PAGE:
Knight Cities Challenge | Map

Source: Knight Cities Challenge | Map of Knight Cities

Re-posted snippet from the Knight Foundation article:

We didn’t know what to expect when we launched our third Knight Cities Challenge last fall. The response in the first two years was phenomenal; from a total pool of more than 12,000 applications we have named fewer than 70 winning projects. We wondered if civic innovators would bring that same enthusiasm to this round. There is no question that they did that—and more.

This time we received more than 4,500 applications responding to the question, What’s your best idea to make cities more successful? The number even surpassed the applications we received in 2015. Now, 144 finalists will move forward to the next phase of our national call for ideas to make the 26 Knight communities more successful.

The ideas all focus on one or more of the three drivers of city success: talent, opportunity and engagement. There is at least one finalist in each of the 26 Knight communities, along with several projects that would be put to work in multiple cities.

Detroit and Philadelphia once again top the list of finalists, with 21 and 20 proposals respectively, on par with last year, but there are great ideas in the mix from all of the Knight communities, representing the breadth of our country, from San Jose, California, represented with eight projects, to Charlotte, North Carolina, with 12, and every Knight community between.

We’re looking forward to diving into the details. The finalists have until the end of January to submit full applications, which will include budgets, letters of recommendation, renderings and other material, for the next stage of our review process, which includes reviewers from Knight communities as well as national experts. We’ll submit the list of final recommended projects to Knight’s board of trustees later this year, and we’ll announce the winners in the spring.

Congratulations to the finalists, and thank you to everyone who submitted an idea. We look forward to your being a part of Knight’s national network of civic innovators, and we look forward to connecting with you in your city. We can learn from your ideas and your commitment, and we will share what we learn from these experiments with you.

Thanks also to our team of reviewers, to those who helped select the finalists and to those joining us in exploring the 144 full applications. We can’t wait to review the final submissions, and to announce the winning ideas in spring 2017.

Charlotte, North Carolina:

The Imagine Forest by City of Charlotte (submitted by Eugene Bradley): Creating a space where people can connect by transforming a cove along the Sugar Creek Greenway in the Belmont neighborhood of Charlotte into a natural playground, with paths, trees and other ways to connect with the environment.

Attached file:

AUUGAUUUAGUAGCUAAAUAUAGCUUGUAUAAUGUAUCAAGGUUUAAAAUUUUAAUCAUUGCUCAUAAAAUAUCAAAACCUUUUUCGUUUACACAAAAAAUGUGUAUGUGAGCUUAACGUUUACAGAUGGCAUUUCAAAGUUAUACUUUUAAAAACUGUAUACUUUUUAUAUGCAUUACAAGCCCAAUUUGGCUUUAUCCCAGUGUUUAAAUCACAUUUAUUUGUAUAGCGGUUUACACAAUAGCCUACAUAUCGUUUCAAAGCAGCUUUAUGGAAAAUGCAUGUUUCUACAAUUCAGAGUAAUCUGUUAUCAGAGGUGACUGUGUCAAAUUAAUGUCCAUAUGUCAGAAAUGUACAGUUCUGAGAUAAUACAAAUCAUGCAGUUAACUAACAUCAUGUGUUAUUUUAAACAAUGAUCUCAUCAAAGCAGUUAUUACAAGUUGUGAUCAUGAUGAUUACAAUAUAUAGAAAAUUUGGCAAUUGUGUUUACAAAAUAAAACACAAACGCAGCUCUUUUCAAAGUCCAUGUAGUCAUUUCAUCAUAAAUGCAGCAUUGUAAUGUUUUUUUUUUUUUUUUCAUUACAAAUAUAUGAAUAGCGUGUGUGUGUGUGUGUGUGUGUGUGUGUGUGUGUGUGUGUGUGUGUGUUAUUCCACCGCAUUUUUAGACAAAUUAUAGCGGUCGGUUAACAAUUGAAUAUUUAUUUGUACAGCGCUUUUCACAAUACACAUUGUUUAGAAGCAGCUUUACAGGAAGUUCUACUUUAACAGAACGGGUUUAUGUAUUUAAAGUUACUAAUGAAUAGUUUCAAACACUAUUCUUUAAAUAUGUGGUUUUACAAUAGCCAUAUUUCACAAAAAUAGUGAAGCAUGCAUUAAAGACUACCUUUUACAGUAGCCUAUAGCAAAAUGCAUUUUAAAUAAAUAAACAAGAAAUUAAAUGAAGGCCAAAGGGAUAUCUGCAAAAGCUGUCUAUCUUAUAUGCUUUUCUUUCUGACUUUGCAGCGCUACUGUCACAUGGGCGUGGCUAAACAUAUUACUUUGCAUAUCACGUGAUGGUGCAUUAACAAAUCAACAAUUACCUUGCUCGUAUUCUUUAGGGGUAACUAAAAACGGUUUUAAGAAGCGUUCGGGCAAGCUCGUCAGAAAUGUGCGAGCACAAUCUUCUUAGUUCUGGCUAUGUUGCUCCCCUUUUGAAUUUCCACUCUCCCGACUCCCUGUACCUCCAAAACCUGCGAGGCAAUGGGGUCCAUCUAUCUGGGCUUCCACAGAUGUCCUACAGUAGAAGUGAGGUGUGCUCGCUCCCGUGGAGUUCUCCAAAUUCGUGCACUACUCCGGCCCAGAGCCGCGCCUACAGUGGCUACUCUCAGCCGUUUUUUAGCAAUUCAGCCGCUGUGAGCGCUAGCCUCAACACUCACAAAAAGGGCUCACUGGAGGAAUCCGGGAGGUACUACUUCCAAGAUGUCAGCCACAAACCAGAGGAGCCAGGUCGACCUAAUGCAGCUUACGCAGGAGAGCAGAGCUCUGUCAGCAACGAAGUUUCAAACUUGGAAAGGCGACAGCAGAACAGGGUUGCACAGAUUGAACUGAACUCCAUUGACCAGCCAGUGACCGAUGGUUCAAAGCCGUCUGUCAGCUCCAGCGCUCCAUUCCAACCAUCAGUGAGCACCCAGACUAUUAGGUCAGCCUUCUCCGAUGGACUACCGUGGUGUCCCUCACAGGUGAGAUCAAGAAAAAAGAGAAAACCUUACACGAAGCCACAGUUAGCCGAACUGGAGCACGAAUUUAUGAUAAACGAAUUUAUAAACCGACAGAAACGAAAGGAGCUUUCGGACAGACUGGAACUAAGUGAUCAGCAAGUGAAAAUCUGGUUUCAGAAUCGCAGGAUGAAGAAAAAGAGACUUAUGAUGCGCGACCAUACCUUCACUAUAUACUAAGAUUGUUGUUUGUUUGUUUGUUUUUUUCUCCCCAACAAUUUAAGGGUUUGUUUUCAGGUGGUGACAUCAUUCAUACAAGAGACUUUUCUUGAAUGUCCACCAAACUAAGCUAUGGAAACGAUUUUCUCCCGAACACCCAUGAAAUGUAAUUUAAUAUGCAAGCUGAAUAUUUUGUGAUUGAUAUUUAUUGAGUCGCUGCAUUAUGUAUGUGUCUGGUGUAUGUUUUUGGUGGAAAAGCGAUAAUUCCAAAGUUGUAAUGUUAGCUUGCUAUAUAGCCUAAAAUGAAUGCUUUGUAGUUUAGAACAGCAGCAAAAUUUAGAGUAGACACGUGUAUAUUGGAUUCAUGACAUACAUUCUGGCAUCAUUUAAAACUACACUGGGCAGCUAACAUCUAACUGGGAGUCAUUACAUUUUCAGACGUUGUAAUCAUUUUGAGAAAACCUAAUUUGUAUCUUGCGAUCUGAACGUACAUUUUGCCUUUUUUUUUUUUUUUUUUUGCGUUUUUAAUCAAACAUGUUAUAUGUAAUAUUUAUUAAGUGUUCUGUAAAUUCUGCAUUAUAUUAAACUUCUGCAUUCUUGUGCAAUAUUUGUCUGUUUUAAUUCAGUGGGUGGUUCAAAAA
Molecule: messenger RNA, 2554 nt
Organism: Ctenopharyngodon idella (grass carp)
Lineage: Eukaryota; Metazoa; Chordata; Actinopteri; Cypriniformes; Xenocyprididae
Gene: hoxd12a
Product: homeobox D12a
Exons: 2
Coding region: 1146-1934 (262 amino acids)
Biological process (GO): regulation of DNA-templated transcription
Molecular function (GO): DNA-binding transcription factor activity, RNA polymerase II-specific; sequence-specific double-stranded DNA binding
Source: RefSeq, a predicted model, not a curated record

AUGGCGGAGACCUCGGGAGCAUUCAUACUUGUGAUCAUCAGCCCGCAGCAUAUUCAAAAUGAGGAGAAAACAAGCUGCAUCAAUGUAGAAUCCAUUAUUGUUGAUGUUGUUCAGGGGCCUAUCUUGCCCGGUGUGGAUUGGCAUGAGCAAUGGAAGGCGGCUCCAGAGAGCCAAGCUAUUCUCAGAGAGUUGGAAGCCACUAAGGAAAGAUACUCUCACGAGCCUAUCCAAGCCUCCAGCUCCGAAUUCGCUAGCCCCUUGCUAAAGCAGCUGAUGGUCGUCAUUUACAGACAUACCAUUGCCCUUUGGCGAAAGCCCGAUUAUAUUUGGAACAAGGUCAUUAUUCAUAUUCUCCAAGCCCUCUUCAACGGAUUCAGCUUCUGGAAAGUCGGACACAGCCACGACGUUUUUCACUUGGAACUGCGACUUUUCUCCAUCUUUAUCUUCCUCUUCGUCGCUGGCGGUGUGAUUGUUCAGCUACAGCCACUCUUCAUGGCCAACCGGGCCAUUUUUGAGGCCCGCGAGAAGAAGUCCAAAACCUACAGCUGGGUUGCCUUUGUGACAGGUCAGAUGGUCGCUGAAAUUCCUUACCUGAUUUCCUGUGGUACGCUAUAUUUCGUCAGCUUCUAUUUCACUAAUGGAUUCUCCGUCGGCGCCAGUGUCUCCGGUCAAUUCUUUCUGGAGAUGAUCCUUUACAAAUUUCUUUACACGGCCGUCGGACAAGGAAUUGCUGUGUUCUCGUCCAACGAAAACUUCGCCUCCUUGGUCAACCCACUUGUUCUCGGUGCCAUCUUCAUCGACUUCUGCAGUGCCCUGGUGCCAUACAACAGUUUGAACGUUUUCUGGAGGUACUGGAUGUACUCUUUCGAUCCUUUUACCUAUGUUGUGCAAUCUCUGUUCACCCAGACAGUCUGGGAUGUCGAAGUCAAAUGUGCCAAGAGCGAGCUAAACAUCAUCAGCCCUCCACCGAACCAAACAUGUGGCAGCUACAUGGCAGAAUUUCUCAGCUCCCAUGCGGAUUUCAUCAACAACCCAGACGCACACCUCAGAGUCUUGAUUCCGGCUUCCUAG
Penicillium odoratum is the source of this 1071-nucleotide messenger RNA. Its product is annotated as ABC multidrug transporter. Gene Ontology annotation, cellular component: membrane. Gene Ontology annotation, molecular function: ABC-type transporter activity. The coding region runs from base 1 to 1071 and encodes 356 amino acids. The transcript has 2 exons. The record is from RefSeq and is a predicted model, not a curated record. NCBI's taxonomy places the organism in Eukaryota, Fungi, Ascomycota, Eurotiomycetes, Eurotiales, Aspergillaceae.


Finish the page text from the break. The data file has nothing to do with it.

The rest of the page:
Activest by Activest (submitted by Ryan Bowers): Fostering more responsive ways of governing by actively engaging city leaders and city bondholders in dialogue about social practices and policies.

Charlotte Neighborhood Waypoints (submitted by Idara Umoren): Connecting residents to each other and their city by installing wayfinding signage in high pedestrian traffic areas that encourage conversation, community connection and exploration.

Civics Charlotte (submitted by Joshua C. Richardson): Increasing civic engagement through a program that educates people on the law, politics and economics that shape their local area.

Dine With Me CLT by Familiar Workshop (submitted by Katie Lloyd): Fostering community engagement and strengthening neighborhood pride by creating spaces that encourage dialogue between residents through shared meals and storytelling.

Early Voter Poll Party by City of Charlotte (submitted by John Short): Increasing voter turnout and civic engagement by providing entertainment, food trucks and more at early voting polling places.

Neighborhood SparKit by City of Charlotte (submitted by Monica Carney Holmes): Inspiring  neighborhoods to rethink community meetings and events by providing a ready-made low-cost kit that includes tools and instructions for reenergizing these gatherings. For example, residents can transform the setting of their neighborhood meeting into a Parisian bistro, or host a pop-up playground or outdoor movie night.

Queen City Live! by Charlotte Center City Partners (submitted by Erin Gillespie): Bringing people together and improving neighborhood life with mobile stages that feature built-in instruments and open opportunities for live performances and spontaneous jam sessions.

Rail Trail Connection by Charlotte Center City Partners (submitted by Erin Gillespie): Encouraging economic development and city vibrancy by creating a lively place to connect with nature and neighbors along Charlotte’s light rail line. The space will also help link a retail employment center to the nearest transit stop.

Your Move, Charlotte (submitted by Varian Shrum and Garrett Tichy): Strengthening connections between citizens and local government through a weekly podcast and follow-up roundtable, in which government representatives and millennials engage on local issues.

The ZIP Code Project by Queen City Forward (submitted by Amy Chiou): Increasing community attachment, especially for newcomers, by engaging the city’s creatives to use art and placemaking to share what people love about their ZIP codes. For example, creating a T-shirt with a photograph of an iconic local restaurant and the ZIP code on the sleeve.

Work in the Park! (submitted by Siana Campbell): Promoting innovation and collaboration in Charlotte by transforming city parks into spaces that encourage residents to take work to the park.

View the full article from the Knight Foundation posted on January 17, 2017 by George Abbott here.